The country's core project to save its television history, such as old episodes of Country Calendar, has put just a handful of titles online compared to the 20,000 the public was promised three years ago.
Ngā Taonga now admits it did not understand how big a job it was taking it on, it did not have the right equipment to do it and had not - and still has not - sorted out the copyright issues with TVNZ in order to get footage online.
The then broadcasting minister Craig Foss has told RNZ he could not recall a government promise to digitise 20,000 titles by 2017.
In addition, the Ngā Taonga Sound and Vision trust has digitised just 2000 titles.
Its agreement with the government lapsed in July and has been rolled over to next year, but it still has no new targets.
Yet it faces a mountain of 200,000 old TV tapes that are at risk of being lost forever, and is millions of dollars short to do the work.
- The government promised 20,000 titles digitised and online by 2017
- The trust's agreement with the government was for 7000 titles digitised and 5500 online by 2017
- The trust has digitised 2070 titles, and put just 24 of these online
- 200,000 Betacam tapes have to be digitised by 2025 at the latest or be lost forever
"It's fair to say that no one involved in the original agreement fully understood what it would take to make such a large and complex collection publicly assessable in digital form," Ngā Taonga's chief executive Rebecca Elvy said.
"We were very clear and upfront all the way through about what we were delivering and when we were delivering it by, so I don't accept that we've misled anybody."
She added that the Ministry of Culture and Heritage had never raised any concerns.
The ministry declined an interview but said it was confident the trust was taking the required steps to make the archive available. The charitable trust said it did not know about and was not party to the 20,000 target announced by then Broadcasting Minister, National MP Craig Foss, when the trust took over the Television New Zealand archive in 2014.
Mr Foss said in 2014 that the project was about opening up public internet access to a heritage treasure. Yesterday, however, he told RNZ he could not recall the target and added it must have been set by the ministry.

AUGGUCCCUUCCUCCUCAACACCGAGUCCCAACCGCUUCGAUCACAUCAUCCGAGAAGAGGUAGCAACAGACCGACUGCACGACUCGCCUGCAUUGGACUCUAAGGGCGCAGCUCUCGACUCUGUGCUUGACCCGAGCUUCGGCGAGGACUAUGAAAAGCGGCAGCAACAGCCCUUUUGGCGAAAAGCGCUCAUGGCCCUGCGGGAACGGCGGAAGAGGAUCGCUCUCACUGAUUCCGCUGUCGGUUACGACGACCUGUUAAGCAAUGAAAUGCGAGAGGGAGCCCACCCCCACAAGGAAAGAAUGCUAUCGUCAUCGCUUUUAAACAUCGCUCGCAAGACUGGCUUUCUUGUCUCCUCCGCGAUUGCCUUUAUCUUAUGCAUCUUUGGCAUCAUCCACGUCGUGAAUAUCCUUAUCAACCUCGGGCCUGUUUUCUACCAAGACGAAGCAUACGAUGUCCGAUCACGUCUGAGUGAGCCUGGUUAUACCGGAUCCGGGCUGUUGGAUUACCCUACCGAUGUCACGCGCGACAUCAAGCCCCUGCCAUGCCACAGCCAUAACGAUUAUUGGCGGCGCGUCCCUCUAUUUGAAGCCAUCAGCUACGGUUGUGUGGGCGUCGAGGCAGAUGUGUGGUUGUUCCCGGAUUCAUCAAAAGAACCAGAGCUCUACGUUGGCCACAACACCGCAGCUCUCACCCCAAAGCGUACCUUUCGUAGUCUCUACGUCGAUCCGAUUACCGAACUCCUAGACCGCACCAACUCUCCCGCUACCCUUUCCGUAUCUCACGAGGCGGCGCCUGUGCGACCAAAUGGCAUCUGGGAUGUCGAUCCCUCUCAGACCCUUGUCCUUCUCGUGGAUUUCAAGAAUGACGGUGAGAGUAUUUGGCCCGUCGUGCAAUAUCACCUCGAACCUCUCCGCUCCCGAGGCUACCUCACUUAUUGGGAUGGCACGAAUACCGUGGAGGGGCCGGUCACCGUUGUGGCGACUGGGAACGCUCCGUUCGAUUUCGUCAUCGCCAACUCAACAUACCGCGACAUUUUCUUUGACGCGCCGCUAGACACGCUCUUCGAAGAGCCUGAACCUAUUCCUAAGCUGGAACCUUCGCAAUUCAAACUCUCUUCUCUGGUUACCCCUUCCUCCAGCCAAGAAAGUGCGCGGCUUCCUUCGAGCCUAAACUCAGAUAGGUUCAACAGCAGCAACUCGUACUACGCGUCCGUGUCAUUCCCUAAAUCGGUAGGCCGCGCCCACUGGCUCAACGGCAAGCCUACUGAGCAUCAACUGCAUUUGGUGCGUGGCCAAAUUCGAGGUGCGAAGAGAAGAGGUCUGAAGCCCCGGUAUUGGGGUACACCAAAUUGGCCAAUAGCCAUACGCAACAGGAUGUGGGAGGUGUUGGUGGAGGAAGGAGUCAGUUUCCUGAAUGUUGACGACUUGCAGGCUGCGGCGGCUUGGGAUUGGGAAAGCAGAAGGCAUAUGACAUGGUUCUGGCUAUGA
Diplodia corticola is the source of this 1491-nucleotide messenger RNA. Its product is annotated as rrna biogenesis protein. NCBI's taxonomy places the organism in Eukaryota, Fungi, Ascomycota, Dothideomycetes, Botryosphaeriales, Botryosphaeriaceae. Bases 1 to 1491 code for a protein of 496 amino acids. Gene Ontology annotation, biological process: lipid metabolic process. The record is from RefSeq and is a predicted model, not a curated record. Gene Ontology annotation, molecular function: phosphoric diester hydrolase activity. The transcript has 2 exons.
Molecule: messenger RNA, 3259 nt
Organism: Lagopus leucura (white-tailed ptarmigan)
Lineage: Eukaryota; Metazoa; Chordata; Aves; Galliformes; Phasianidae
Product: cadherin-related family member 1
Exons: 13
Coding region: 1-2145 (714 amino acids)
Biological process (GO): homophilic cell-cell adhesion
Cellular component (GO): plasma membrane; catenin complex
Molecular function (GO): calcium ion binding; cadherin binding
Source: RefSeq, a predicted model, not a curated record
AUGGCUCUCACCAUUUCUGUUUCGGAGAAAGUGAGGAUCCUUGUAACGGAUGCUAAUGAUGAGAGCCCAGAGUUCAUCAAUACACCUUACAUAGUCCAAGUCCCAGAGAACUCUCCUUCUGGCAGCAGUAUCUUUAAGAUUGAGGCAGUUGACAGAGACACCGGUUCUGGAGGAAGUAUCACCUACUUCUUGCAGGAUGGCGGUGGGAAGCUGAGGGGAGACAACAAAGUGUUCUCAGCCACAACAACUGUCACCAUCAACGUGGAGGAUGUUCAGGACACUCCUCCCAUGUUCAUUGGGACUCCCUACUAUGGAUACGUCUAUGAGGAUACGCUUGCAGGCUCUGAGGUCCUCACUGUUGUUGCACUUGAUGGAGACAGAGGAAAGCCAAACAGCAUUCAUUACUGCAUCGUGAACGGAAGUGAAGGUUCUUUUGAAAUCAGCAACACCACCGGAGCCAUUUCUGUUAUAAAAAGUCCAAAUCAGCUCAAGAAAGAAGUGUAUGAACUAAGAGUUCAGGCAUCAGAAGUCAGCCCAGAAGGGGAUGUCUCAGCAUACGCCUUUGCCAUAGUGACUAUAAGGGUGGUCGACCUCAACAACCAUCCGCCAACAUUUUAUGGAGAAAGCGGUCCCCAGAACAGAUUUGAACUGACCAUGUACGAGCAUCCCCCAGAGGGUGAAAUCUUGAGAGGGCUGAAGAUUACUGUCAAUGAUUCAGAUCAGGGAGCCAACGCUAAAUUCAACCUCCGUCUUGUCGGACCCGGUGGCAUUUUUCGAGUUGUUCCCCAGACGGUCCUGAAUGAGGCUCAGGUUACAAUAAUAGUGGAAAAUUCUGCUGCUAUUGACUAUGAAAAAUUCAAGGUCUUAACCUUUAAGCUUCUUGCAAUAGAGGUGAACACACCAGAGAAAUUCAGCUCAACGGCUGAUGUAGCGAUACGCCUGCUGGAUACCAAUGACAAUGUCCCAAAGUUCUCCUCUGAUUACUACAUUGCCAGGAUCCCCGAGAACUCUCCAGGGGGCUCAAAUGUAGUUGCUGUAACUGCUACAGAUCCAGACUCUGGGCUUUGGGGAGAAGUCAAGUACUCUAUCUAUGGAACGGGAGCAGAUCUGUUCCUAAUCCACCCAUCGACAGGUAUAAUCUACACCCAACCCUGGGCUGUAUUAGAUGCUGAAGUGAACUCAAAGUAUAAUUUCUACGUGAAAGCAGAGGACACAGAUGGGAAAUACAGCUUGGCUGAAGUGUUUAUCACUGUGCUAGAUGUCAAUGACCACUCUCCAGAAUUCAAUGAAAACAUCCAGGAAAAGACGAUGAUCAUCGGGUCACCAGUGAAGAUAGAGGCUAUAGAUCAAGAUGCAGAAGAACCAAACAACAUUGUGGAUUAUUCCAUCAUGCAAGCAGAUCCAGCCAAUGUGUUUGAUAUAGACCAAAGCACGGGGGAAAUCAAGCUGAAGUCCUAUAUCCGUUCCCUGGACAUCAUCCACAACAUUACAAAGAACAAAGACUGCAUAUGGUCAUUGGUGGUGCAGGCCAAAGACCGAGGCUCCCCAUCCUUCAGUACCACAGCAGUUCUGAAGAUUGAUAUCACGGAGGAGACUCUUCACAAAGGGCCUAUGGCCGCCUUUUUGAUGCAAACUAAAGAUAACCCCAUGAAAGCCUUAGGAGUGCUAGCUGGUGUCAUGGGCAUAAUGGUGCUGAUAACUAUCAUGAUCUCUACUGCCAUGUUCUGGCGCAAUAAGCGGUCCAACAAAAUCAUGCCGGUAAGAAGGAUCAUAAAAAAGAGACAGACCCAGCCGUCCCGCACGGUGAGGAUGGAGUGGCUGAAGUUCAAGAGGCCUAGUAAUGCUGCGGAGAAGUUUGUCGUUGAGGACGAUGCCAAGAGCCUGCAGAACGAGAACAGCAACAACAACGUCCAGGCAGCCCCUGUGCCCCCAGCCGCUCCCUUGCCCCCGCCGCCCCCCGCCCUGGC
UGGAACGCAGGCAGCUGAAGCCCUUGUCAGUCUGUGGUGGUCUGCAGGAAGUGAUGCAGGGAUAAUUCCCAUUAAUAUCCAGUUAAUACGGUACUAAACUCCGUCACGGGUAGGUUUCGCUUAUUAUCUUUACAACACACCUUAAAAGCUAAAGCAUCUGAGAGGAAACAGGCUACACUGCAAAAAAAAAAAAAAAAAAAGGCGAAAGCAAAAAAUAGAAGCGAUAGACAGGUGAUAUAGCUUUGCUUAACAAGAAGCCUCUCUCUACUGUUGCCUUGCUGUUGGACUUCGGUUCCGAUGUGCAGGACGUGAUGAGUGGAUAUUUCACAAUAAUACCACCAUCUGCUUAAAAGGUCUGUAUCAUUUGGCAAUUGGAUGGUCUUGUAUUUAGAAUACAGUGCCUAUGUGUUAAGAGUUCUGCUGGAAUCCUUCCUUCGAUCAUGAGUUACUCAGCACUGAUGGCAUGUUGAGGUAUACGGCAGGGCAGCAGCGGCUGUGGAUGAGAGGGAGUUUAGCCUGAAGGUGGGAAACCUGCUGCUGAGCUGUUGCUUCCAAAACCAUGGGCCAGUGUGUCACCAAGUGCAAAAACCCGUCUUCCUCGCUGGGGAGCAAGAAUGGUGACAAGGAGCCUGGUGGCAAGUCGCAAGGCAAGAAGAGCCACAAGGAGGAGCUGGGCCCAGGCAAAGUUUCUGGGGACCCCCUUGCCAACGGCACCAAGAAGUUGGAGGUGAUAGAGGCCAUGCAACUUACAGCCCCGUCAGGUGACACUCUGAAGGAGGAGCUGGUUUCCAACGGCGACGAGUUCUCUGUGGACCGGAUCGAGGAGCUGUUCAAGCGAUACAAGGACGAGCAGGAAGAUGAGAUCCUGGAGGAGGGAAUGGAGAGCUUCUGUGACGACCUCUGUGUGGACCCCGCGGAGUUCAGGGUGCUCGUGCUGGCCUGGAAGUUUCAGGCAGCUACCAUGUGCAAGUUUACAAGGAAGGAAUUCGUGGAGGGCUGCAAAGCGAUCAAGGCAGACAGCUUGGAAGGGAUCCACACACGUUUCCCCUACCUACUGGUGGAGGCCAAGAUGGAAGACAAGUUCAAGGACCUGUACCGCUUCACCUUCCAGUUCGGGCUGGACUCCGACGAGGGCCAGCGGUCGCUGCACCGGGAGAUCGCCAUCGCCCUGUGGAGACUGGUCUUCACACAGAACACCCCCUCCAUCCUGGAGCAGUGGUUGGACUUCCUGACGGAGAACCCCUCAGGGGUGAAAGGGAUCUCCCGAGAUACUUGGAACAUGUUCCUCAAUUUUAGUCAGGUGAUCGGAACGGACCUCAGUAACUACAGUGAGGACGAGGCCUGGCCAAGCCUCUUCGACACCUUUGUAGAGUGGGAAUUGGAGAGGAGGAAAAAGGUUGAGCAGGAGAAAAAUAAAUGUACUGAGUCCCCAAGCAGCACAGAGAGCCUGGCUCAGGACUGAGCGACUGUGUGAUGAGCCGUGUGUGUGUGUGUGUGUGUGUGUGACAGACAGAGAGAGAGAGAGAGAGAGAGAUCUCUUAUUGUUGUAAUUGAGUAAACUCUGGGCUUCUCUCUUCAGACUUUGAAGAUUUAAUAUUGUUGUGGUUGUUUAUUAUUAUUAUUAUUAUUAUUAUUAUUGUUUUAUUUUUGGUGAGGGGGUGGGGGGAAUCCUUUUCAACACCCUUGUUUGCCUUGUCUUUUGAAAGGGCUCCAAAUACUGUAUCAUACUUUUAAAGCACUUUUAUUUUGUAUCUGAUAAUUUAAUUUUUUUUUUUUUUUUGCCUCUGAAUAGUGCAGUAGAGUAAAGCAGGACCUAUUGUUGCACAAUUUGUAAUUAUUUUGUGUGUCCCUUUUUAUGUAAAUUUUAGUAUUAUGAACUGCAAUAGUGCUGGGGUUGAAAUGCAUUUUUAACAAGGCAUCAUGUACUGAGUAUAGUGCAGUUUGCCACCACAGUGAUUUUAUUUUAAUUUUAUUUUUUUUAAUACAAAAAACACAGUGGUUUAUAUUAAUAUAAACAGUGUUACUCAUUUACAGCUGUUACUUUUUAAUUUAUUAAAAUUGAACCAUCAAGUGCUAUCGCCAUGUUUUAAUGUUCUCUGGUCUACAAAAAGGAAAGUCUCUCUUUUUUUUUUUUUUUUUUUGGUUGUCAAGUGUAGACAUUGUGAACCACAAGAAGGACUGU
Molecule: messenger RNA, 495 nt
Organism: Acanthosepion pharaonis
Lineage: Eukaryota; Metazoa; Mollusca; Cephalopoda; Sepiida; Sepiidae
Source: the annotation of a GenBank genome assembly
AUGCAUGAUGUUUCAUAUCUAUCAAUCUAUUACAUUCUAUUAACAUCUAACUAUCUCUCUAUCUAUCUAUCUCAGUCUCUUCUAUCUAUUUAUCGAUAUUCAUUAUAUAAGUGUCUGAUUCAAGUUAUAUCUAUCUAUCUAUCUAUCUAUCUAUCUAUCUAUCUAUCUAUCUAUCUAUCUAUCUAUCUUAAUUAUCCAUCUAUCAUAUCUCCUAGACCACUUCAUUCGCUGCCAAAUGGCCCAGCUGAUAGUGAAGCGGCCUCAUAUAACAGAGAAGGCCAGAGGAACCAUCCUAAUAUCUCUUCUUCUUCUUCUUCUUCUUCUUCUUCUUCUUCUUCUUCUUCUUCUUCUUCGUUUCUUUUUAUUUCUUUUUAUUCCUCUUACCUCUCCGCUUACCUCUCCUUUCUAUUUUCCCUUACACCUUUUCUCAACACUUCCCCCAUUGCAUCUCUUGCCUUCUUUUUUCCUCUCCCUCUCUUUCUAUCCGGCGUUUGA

Ms Elvy said when she took the helm in 2015 and learned of the target, she made it clear to the ministry that it was unrealistic.
"They agreed with that view."
The trust gets 90 percent of its $8 million a year budget from the government.
The actual agreement signed with the Ministry for Culture and Heritage was for 7000 items digitised and 5500 of them online by this year, so it fell 5000 items short of that.
"We absolutely could have met that target, and we would have done so by focusing on relatively short titles that may or may not have been of any interest to the public," Ms Elvy said.
Instead, they prioritised the most at-risk titles for digitisation.
It was not until this year, however, that they had acquired all the equipment needed to undertake the work, although now they did, the project would speed up, she said.
Work was further caught up in a controversial restructure late last year that cut five of the trust's 80 jobs.
Ngā Taonga has yet to sort out with TVNZ the copyright problems that were keeping footage off the internet, said Ms Elvy.
The previous government told the trust in March that despite the cost pressures, it would have to deliver the digital project within baseline funding.
But Ms Elvy said it would cost $10-15 million just to digitise 200,000 Betacam tapes, which otherwise would be lost forever when the technology vanished by 2025.
The Governor-General hosted a fundraising drive for this last month.
Ms Elvy denied the digitisation project had been a failure so far, arguing preserving the footage was the top priority, swallowing most of the $2 million a year budget for the TVNZ archive.
The Minister of Arts, Culture and Heritage, Jacinda Ardern, was too busy to comment.
Last November, in opposition, she asked the then government if it was "satisfactory that much of New Zealand's audio-visual heritage is in the hands of a private trust which is not answerable in any formal or legal way to the people of New Zealand except through temporary funding contracts?".
She was told that Ngā Taonga was accountable through its agreement with the Ministry for Culture and Heritage.
The ministry in a statement said it was confident the trust was "taking the steps required to manage the TVNZ Archive and to make it available to the public".
It said the trust told the ministry that 6653 TVNZ Archive collection titles had been digitised since 2014.
It is unclear how this relates to Nga Taonga's own figure of 2070.
"While the number of items available online is lower than targeted, Nga Taonga's essential purpose is to ensure the preservation of the irreplaceable collections it holds," the ministry said in a statement.
The ministry said it would will begin talks next year with the trust to set up a new funding agreement, including performance expectations.